Once upon a time that now seems long ago, this country was represented at the United Nations by emissaries who did not hesitate to speak truth to power, at home or abroad. One thinks of legendary figures like Adlai Stevenson, Daniel Patrick Moynihan and Jeane Kirkpatrick. There were giants in the Earth in those days, or at least truth-tellers. Which, on balance, are a lot more useful than giants in this world of subterfuge and simulation.
At this low point in the top tier of American diplomats -- welcome to the sad era of The Hon. Susan E. Rice -- we'd gladly settle for another John Bolton. He's still around, though out of public office. (There is only so much truth any administration can stand.) Mr. Bolton's continues to be a prophetic voice. And, in the grand prophetic tradition, he continues to be ignored. Like any other voice in the wilderness.
By now John Bolton's warnings about the danger of appeasing North Korea's regime have been ignored by more than one American administration. With predictable results. Earlier this month a North Korean missile went streaking over the Japanese island of Okinawa, a name students of American military history and Gold Star Mothers will well remember.
How long, one wonders, before those North Korean rockets have nuclear warheads attached? And whose territory will they be flying over next? No doubt the United Nations will now respond (again) to North Korea's latest provocation with still more meaningless (again) resolutions without resolve. And without effect.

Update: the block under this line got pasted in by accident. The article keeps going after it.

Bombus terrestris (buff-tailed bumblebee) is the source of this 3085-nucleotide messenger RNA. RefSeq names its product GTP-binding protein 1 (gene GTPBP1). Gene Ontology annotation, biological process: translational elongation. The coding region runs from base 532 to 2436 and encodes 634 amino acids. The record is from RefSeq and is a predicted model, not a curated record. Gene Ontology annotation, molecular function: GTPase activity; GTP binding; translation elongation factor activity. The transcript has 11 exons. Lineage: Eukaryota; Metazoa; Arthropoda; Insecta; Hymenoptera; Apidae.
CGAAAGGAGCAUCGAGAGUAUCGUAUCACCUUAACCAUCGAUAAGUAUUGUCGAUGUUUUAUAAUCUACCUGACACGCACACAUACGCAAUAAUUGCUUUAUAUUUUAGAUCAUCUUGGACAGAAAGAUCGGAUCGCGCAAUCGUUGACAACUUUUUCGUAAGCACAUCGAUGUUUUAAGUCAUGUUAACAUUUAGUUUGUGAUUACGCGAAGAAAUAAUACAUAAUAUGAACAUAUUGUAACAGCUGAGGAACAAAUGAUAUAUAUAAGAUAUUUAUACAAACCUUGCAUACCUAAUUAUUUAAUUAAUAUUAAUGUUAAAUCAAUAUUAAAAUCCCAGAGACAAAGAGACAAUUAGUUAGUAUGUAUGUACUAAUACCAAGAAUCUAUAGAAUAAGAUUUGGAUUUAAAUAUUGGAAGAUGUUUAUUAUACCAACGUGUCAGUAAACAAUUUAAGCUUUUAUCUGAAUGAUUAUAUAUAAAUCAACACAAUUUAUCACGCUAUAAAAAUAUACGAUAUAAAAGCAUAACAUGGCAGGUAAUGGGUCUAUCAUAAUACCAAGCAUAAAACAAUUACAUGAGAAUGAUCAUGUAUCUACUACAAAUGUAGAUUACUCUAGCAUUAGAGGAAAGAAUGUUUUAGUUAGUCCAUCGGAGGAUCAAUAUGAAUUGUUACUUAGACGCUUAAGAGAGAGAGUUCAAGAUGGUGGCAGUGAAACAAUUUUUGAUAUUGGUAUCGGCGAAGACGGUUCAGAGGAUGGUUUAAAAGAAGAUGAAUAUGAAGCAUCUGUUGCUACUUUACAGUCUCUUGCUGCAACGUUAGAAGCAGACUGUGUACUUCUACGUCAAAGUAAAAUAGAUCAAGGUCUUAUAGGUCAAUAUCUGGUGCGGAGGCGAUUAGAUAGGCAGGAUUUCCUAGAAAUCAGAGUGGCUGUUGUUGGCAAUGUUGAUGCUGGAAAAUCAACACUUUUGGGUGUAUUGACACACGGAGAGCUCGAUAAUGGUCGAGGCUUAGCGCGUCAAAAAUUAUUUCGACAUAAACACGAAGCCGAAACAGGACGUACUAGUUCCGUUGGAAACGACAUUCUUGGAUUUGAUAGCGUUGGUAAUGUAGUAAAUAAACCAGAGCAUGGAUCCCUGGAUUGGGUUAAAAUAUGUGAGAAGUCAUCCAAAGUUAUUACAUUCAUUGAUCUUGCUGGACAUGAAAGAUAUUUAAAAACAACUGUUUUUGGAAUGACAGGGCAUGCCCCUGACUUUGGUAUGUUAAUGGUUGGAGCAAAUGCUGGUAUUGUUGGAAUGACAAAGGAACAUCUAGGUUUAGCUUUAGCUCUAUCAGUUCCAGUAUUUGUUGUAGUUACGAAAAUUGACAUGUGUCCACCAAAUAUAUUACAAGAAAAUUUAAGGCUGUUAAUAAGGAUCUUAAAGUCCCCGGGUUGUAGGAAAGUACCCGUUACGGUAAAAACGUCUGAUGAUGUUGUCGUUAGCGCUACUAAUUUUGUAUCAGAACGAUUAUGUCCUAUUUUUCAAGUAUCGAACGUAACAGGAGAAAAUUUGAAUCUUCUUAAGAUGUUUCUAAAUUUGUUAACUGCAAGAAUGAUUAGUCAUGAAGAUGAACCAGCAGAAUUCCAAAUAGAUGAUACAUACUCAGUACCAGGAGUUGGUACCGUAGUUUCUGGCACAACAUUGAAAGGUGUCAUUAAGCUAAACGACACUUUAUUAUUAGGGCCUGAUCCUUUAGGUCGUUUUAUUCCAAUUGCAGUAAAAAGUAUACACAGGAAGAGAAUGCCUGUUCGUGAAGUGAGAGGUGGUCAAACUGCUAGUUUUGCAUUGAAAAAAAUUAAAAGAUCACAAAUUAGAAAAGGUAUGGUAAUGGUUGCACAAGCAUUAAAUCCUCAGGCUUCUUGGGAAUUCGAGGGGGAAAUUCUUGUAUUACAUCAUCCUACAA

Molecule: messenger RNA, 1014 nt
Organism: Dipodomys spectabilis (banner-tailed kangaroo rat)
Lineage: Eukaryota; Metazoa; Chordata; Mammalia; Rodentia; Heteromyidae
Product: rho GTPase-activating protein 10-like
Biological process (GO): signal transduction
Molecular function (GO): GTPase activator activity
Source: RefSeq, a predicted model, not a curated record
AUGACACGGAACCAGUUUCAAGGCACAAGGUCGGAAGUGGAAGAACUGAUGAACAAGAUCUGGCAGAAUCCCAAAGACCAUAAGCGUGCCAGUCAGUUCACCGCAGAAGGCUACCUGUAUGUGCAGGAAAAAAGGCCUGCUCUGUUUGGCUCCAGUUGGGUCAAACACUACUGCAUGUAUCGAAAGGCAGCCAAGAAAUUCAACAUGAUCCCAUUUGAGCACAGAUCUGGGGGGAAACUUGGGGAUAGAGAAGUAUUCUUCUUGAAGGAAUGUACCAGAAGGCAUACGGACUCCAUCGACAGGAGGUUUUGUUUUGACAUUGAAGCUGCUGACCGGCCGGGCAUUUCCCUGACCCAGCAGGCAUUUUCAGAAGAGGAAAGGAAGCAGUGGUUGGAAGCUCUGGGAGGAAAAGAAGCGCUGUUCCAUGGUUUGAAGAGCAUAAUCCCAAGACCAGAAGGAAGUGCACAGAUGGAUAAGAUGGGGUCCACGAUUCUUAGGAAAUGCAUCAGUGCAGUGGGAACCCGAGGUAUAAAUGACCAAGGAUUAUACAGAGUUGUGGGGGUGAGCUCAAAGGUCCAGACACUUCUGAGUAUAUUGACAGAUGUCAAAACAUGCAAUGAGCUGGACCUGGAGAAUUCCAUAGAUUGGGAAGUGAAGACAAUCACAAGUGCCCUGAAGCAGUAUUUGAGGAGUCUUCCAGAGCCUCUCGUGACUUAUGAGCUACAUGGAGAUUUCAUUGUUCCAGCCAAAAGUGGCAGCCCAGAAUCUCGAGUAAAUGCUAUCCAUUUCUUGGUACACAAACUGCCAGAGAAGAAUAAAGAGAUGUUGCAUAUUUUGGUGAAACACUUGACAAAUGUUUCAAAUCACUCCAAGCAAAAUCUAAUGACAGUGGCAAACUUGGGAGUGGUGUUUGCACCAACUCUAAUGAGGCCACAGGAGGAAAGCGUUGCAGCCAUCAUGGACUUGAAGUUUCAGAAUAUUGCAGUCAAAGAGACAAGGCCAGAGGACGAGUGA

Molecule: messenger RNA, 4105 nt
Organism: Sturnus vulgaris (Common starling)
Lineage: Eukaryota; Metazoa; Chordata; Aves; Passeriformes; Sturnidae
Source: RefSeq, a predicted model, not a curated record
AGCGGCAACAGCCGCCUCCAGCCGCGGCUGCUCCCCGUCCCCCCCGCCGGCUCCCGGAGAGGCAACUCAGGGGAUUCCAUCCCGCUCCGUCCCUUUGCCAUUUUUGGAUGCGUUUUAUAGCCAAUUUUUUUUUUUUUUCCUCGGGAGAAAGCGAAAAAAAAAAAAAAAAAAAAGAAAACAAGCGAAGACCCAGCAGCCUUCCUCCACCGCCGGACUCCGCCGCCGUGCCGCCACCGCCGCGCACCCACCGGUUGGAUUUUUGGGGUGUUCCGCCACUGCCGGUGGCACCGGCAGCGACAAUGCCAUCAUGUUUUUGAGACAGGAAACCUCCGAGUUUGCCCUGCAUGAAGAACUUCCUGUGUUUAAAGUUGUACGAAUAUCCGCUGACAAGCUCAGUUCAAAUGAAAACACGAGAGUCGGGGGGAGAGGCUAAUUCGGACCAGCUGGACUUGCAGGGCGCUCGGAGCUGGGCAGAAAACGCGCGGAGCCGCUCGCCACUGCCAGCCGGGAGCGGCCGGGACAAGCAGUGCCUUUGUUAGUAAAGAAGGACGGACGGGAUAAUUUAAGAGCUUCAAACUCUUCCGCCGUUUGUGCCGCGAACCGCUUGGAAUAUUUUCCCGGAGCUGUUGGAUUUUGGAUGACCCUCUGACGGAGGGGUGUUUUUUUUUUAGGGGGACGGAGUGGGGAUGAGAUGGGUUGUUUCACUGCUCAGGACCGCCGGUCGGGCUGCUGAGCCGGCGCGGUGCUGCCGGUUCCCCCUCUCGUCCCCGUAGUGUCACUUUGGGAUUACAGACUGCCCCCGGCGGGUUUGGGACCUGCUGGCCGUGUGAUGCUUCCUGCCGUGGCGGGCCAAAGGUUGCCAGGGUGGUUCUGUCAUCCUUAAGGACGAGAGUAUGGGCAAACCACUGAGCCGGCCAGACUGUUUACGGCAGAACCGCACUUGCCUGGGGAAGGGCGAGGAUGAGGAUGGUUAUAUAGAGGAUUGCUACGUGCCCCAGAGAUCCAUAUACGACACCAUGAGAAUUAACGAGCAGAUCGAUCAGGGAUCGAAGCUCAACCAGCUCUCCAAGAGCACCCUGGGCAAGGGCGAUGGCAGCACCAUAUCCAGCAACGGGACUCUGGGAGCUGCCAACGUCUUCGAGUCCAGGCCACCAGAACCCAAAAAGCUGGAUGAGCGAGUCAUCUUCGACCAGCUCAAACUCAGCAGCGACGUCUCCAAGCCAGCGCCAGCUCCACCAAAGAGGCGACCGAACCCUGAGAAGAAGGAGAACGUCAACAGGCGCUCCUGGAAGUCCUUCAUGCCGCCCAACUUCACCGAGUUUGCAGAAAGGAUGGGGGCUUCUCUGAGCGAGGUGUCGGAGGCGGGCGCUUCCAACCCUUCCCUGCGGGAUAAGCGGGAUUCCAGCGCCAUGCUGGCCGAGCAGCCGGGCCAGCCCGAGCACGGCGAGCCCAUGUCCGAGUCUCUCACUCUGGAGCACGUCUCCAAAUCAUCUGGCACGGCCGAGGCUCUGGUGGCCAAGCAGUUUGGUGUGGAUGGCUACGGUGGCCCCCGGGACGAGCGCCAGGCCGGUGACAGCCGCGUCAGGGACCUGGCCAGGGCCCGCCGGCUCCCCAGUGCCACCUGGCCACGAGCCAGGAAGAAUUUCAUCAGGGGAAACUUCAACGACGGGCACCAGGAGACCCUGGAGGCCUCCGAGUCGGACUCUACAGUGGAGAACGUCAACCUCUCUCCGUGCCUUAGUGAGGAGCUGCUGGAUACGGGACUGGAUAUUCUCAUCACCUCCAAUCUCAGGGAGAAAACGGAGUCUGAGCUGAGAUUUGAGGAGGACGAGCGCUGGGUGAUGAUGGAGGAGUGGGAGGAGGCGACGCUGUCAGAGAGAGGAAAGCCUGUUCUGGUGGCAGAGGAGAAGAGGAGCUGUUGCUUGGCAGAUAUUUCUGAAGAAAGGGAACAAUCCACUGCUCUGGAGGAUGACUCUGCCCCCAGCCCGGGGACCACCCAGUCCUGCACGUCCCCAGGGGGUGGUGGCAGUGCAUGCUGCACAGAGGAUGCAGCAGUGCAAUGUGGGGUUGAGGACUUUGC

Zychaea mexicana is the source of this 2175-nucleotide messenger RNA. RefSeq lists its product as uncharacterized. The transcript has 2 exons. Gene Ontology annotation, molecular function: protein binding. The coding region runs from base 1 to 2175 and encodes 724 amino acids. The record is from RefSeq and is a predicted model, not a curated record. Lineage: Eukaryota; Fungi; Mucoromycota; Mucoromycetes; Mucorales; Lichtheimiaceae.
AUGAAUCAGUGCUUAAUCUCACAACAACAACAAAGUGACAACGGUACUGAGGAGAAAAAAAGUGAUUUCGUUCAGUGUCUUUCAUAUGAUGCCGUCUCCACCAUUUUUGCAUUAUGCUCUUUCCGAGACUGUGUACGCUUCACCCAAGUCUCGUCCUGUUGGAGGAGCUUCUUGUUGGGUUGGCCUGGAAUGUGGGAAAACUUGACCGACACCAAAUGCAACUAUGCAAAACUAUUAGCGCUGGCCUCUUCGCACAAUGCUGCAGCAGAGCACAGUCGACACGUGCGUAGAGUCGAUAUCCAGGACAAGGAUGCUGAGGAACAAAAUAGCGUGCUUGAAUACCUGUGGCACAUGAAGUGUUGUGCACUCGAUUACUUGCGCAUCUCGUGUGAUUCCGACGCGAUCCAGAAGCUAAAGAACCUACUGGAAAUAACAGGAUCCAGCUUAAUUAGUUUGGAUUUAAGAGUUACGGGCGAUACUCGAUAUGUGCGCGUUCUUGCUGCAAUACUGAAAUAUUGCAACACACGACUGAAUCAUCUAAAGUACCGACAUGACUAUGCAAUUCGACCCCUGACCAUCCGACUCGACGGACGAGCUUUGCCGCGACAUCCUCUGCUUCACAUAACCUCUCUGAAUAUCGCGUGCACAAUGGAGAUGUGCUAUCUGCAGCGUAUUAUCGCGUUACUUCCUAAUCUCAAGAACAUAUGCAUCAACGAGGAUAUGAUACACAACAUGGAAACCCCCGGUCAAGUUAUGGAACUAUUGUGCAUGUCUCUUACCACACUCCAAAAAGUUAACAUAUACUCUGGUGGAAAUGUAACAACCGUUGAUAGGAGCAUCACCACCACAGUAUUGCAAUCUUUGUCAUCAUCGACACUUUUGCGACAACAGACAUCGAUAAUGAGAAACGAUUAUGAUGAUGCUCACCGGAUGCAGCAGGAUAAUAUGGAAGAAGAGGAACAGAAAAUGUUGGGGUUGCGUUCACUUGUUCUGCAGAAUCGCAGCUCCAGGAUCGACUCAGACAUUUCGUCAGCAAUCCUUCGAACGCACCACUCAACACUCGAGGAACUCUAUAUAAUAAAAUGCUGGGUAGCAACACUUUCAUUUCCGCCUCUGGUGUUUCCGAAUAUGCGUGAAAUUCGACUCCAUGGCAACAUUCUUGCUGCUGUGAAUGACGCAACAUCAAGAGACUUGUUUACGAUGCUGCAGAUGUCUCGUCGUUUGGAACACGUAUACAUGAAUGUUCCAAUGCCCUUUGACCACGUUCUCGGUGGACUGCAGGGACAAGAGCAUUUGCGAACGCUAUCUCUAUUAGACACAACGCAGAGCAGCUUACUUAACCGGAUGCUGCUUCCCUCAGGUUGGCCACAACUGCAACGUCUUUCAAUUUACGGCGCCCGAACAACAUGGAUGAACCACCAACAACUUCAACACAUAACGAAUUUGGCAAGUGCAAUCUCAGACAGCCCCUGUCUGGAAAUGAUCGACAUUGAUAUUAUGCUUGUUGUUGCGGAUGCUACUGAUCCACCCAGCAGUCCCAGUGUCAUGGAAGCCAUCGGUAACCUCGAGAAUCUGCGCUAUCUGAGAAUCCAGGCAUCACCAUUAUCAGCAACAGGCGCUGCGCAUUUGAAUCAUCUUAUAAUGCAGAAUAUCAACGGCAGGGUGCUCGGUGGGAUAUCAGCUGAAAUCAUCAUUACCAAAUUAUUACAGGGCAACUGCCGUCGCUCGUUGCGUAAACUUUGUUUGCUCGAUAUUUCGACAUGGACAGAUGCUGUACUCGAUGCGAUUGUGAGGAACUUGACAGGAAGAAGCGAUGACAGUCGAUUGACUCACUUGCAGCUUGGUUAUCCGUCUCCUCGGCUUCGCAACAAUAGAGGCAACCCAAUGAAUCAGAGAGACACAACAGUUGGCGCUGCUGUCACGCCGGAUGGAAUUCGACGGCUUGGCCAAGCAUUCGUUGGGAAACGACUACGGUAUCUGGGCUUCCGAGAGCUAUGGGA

Across the globe, from Iran to North Korea, the results of appeasement don't seem to have changed much since the 1930s. It's not much compensation to have John Bolton proved right time and again if Washington can't -- or won't -- follow his counsel, and arrest the dangerous drift of American diplomacy toward an all-too-passive acceptance of nuclear weapons in the hands of those most likely to use them to further their aggressive designs.
It won't do to just pass empty resolutions against such rogue regimes. Economic sanctions, like the ones in place against Iran, ought to be put in place against North Korea's deranged dictatorship. But in the end those regimes need to be not just sanctioned but changed. And their people freed.
The forces of freedom around the world wait to be inspired, encouraged and aided once again -- as they were when the president of the United States was the leader of the free world in more than name. Those yearning for freedom in North Korea, in Iran, and around the globe are looking for leadership from Washington, not just lip service.
Once upon a time not so long ago, this country made no secret of its support for freedom in more than words -- for actions always speak louder. Here's hoping that America will again champion the cause of the oppressed, the threatened, the captive and persecuted ... and raise a banner all lovers of liberty can rally around. And remember what the founding generation well knew: "The cause of America is in a great measure the cause of all mankind." -- Thomas Paine.
-- Arkansas Democrat-Gazette